“Never in the history of this region has a politician stayed in power for such a long period despite lacking people’s mandate,” he said. “In fact, I would call her unpopular now as [Sunday’s] turnout has proven what percentage of people’s support Hasina and her party has.”

Nazrul said Hasina has “set up a milestone before the world on how a leader can establish complete autocracy in a nation in the garb of democracy”.

“But that’s not a legacy one should be proud of,” he said.

Mixed legacy of 15-year rule

Hasina has been praised by supporters for leading Bangladesh through a remarkable economic boom, largely on the back of the mostly female factory workforce powering its garment export industry.

Bangladesh, one of the world’s poorest countries when it gained independence from Pakistan in 1971, has grown an average of more than 6 percent each year since 2009.Interactive_Bangladesh_elections_At a glance

Poverty has plummeted and more than 95 percent of the country’s 170 million people now have access to electricity, with per capita income overtaking India in 2021.

Hasina also received international acclaim for opening Bangladesh’s doors to hundreds of thousands of Rohingya refugees fleeing a 2017 military crackdown in neighbouring Myanmar.

She has been hailed for a decisive crackdown on hardline Muslim groups after five homegrown extremists stormed a Dhaka cafe popular with Western expatriates and killed 22 people in 2016.

But Hasina’s intolerance towards dissent has given rise to resentment at home and expressions of concern from the Western powers.

Five top Muslim leaders and a senior opposition figure were executed over the past decade after convictions for crimes against humanity committed during the country’s brutal 1971 liberation war.

Instead of healing the wounds of that conflict, the trials triggered mass protests and deadly clashes. Her opponents branded the trials a farce, saying they were a politically motivated exercise designed to silence dissent.

The United States imposed sanctions on an elite branch of Bangladesh’s security forces and seven of its top officers over charges of widespread human rights abuses.

Meanwhile, the economy has also slowed sharply since the Russia-Ukraine war pushed up prices of fuel and food imports, forcing Bangladesh to turn last year to the International Monetary Fund for a $4.7bn bailout.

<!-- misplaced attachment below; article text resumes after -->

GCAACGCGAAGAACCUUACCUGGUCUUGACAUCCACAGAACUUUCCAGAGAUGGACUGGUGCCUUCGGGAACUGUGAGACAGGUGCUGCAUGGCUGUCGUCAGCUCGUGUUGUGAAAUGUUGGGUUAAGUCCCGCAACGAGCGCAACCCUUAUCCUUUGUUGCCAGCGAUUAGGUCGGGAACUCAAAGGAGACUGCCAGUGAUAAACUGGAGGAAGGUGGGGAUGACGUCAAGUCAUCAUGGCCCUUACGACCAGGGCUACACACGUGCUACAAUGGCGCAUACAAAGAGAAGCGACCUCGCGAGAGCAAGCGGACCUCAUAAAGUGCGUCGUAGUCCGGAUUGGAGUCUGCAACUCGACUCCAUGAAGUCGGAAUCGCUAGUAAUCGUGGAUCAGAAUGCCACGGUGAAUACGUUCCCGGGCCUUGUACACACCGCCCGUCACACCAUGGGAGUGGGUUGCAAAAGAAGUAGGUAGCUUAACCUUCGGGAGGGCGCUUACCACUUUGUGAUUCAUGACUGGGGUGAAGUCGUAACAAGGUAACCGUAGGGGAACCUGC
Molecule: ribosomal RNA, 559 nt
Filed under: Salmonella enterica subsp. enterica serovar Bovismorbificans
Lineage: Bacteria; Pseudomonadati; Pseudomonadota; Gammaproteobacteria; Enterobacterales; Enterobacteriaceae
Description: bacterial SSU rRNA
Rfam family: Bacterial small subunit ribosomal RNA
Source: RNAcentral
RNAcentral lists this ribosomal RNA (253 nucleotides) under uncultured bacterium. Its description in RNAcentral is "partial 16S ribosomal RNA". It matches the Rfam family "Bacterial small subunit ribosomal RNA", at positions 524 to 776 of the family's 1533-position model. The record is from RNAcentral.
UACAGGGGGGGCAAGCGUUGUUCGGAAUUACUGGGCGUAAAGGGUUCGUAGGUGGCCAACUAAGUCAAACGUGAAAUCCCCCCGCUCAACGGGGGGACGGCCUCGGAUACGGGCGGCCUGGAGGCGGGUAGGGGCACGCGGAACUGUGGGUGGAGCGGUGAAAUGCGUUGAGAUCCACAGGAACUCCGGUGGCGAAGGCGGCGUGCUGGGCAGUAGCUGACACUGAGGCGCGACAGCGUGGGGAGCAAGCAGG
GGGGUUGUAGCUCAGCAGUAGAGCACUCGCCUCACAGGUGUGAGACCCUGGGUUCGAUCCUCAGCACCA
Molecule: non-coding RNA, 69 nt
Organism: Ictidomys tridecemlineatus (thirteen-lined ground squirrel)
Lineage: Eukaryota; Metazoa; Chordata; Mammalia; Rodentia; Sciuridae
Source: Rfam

Inflation was 9.5 percent in November, one of the highest in decades, and tackling it will be one of Hasina’s biggest challenges in her next term while the spotlight will be on how she deals with upholding democracy.

Munshi Faiz Ahmed, former director-general of Bangladesh Institute of International and Strategic Studies, a state-funded think tank on security and strategic issues, called Hasina “perhaps the most strategic political maneuverer in Bangladesh’s history”.

Ahmed, also a former Bangladeshi ambassador to China, told Al Jazeera that one should be mindful of the conditions in which Hasina operated in the last decade: a massive population cramped in a small land with scant mineral resources, a divided and opinionated public, and continuous pressure from the global and regional powers.

“She skilfully handled all those factors and led Bangladesh to a position of prosperity and importance. As a politician, she is more competent than anyone else in recent history,” he said.

In the aftermath of a tainted election, Ahmed said Hasina had been successful in tackling Western pressure so far and at the same time was able to establish good relations with China, India and Russia – all of which have backed her government.

“It’s no longer a unipolar world, it’s rather multipolar. So, I don’t think her government will face any problem now.”

Faisal Mahmud contributed from Dhaka, Bangladesh.

Source: Al Jazeera and news agencies